I appreciate its a big question, and I would appreciate if you could let me know. PM's welcome on this, and I dont want to say much more in an open forum.

Thanks

Alan

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Here is a question for you. Would you actually look to buy this if it was bundled into a set top box, of which you would recieve a guaranteed pipe to enable you to play games at a high spec position, and/or stream movies at HD standard?

What does "high spec position" mean?

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I had a tinker over the weekend.

http://zee-3.com/lagsim/lagsim.exe

Needs a reasonable PC as it expects to run at 60fps. I'll sort that when I get some free time. I'll try to add some enemies\danger and shooting to make it a bit more interesting.

What's quite interesting that adding lag just sort of gradually makes you worse at the game. Once it's more than a few frames it's like playing drunk. Get up to the 250ms level and it becomes impossible. I think Onlive claim around 80ms.

One of the other ones demo'd recently featured GTAIV being played very badly with around 250ms lag - although the game itself provides more than half of that.

Added some proto-type baddies last night. Still no danger or bullets. I'll try to sort that tonight if I get some free time.

http://zee-3.com/lagsim/lagsim.exe

I'm wondering if we could use this to get some hard data. Measure players success rate (score/collision avoidance) against the lag setting. Although it would require players to voluntarily play at higher settings. Or maybe I make it random and fixed?

If the game ever becomes interesting enough for people to play it for fun we might end up with quite a large sample and a solid idea of how lag affects the difficulty of fast games.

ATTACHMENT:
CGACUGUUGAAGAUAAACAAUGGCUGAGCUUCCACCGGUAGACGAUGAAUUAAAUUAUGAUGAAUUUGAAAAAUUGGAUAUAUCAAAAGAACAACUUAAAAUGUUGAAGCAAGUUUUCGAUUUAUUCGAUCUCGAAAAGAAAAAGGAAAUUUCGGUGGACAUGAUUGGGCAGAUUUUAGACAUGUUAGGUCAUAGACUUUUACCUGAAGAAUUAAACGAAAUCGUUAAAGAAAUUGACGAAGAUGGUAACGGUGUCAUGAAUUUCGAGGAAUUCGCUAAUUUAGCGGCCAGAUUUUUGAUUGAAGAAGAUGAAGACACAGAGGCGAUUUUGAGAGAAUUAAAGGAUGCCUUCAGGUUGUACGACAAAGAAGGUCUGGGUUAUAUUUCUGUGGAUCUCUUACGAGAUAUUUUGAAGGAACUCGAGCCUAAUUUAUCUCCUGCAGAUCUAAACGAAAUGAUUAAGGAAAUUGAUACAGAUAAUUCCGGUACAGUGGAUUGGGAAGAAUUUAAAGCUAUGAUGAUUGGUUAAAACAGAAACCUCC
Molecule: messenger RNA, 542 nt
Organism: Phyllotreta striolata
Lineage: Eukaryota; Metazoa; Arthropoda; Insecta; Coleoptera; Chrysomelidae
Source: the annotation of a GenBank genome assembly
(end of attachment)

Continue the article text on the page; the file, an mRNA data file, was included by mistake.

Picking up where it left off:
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Hi everyone,

Here is a question for you. Would you actually look to buy this if it was bundled into a set top box, of which you would recieve a guaranteed pipe to enable you to play games at a high spec position, and/or stream movies at HD standard?

What would interest you in the price point for this. Would you prefer individual transactions for games/movies, or maybe a subscription price structure which would enable you to play any games on the server for a Gold, Silver or Bronze type service.

I appreciate its a big question, and I would appreciate if you could let me know. PM's welcome on this, and I dont want to say much more in an open forum.

Thanks

Alan

Dear Alan,

Would this set-top box have the cloud games stuff for free or would it cost more? How much more?

For free, sure I'd have it. spending money ...nope.

Your forever my sweet,

Andy

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Added some proto-type baddies last night. Still no danger or bullets. I'll try to sort that tonight if I get some free time.

http://zee-3.com/lagsim/lagsim.exe

I'm wondering if we could use this to get some hard data. Measure players success rate (score/collision avoidance) against the lag setting. Although it would require players to voluntarily play at higher settings. Or maybe I make it random and fixed?

If the game ever becomes interesting enough for people to play it for fun we might end up with quite a large sample and a solid idea of how lag affects the difficulty of fast games.

So far I'm finding that I adjust to it quite well actually, I've pushed it up to 250 ms maybe, I think that with a lot of experience of games with varying 'sluggishness' my brain can switch over to thinking ahead quite quickly, though there is still a noticable difference and I'll fly in quite a weird pattern compared to no lag. Kinda wondering why I have so much trouble with lag in Guitar Hero etc. then, I guess there it's the fact that I tend to rely more on the sound and play to the rhythm, not really looking at the notes when they're right at the point you're supposed to hit them, whereas some people are watching all the way to the bottom and so rely on the visuals more than the sound, which is how the japanese beatmania etc. seem to work.